Laboratory quality is an overlooked area of clinical medicine, according to Douglas Beigel, president of COLA, a nonprofit organization that accredits medical laboratories in the U.S. and provides education and training on best practices.
Most of the lab tests done in physician offices and at the bedside, including popular, frequently performed tests like pregnancy tests and rapid strep tests, are considered “waived,” or exempt from government oversight. But that doesn't mean that they should be exempt from quality control, Mr. Beigel said.
He spoke to ACP Hospitalist about the importance of laboratory testing to clinical medicine and why physicians should take steps to improve the testing done in their offices and hospitals.
Q: What is the background on regulatory oversight of laboratory testing in the United States?
A: According to June 2013 CMS data, there are nearly 232,500 laboratories in the United States that presently fall under the scope of the Clinical Laboratory Improvement Amendments of 1988 (CLIA 88). About 35,000 laboratories are regulated, and in laboratory medicine-speak that means that they're performing what's called moderate- or high-complexity testing. But that means that the rest, more than 197,000, about 85% of laboratories in the United States, are fundamentally unregulated. Most fall under the CLIA category of waived testing, and “waived” means waived generally from federal regulations.
Q: How does laboratory medicine affect clinical care, especially in the current health care environment, with models such as the patient-centered medical home and accountable care organizations?
A: One key message that we're transmitting through our member organizations [including ACP] is that 70% of medical decisions are [made] as a result of laboratory tests. That is a key element of decision making that happens every day in medicine. The issue is that there should be some focus on quality, making sure that the test is done correctly, because that leads into diagnosis and treatment pretty quickly.
The other aspect is that what we see happening in patient-centered medical homes around laboratory medicine has already happened in several health care delivery models. What they are doing is “Do the test once; use it many times.” If you make the major assumption that laboratory tests are done well and they produce quality results, then it makes sense to send the data used by a primary care clinician to make an initial diagnosis to a specialist if there's a referral, or to the hospital if hospitalization is going to be required. That data's used to then either validate the initial impression or to build upon the initial diagnosis.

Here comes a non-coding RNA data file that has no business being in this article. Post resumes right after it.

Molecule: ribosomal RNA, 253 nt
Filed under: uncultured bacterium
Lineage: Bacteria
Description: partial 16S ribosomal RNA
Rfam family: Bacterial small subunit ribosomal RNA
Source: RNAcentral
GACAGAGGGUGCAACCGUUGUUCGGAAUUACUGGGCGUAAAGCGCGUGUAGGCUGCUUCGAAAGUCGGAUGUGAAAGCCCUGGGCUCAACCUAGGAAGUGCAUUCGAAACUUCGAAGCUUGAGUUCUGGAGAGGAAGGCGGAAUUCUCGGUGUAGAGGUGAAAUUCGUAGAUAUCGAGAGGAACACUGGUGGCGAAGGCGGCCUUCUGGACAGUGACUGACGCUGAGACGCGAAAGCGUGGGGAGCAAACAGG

With the patient-centered medical home and the Affordable Care Act, we believe that the concept will be to do the test first on a very high-quality basis and then reduce redundant testing so that those test results then are used as the patient moves through the system.
However, most physician practices are using only waived testing. In the waived test environment, the methodology or the instrument used is very good. It's in the preanalytic and postanalytic phases—for example, human errors that occur while the test sample is being gathered, or after the test has been run—that industry-wide, no matter what the test classification is, there are issues involved with quality. Most laboratories in the United States now are using waived testing devices that have pre- analytic and postanalytic problems that could be resolved fairly easily, but basically without oversight, what we're seeing is that they're not. These sites are generating problem data that are being used in the diagnosis and treatment of patients.
For example, under a patient-centered medical home, testing information from a retail clinic will be fed into a medical record at some point and be the responsibility of a practicing physician to coordinate care. Unless there is some focus on quality in laboratory medicine, our belief here at COLA is that that will lead to unintended outcomes of either redundant testing that may not be reimbursed or possibly data in the medical record that would lead to misinterpretation, misdiagnosis and possibly inappropriate treatment.
Q: What can be done to encourage more oversight in primary care practices?
A: What we're attempting to do is communicate the importance of laboratory medicine, that 70% of the patient management decisions are based on laboratory tests. In the minds of a lot of primary care physicians, they do it every day, they just don't realize [its significance] to the practice of medicine. What we say to some of the primary care physicians that we talk to is “What would your practice be like if you didn't have a laboratory?” And that all of a sudden helps them change their mindset.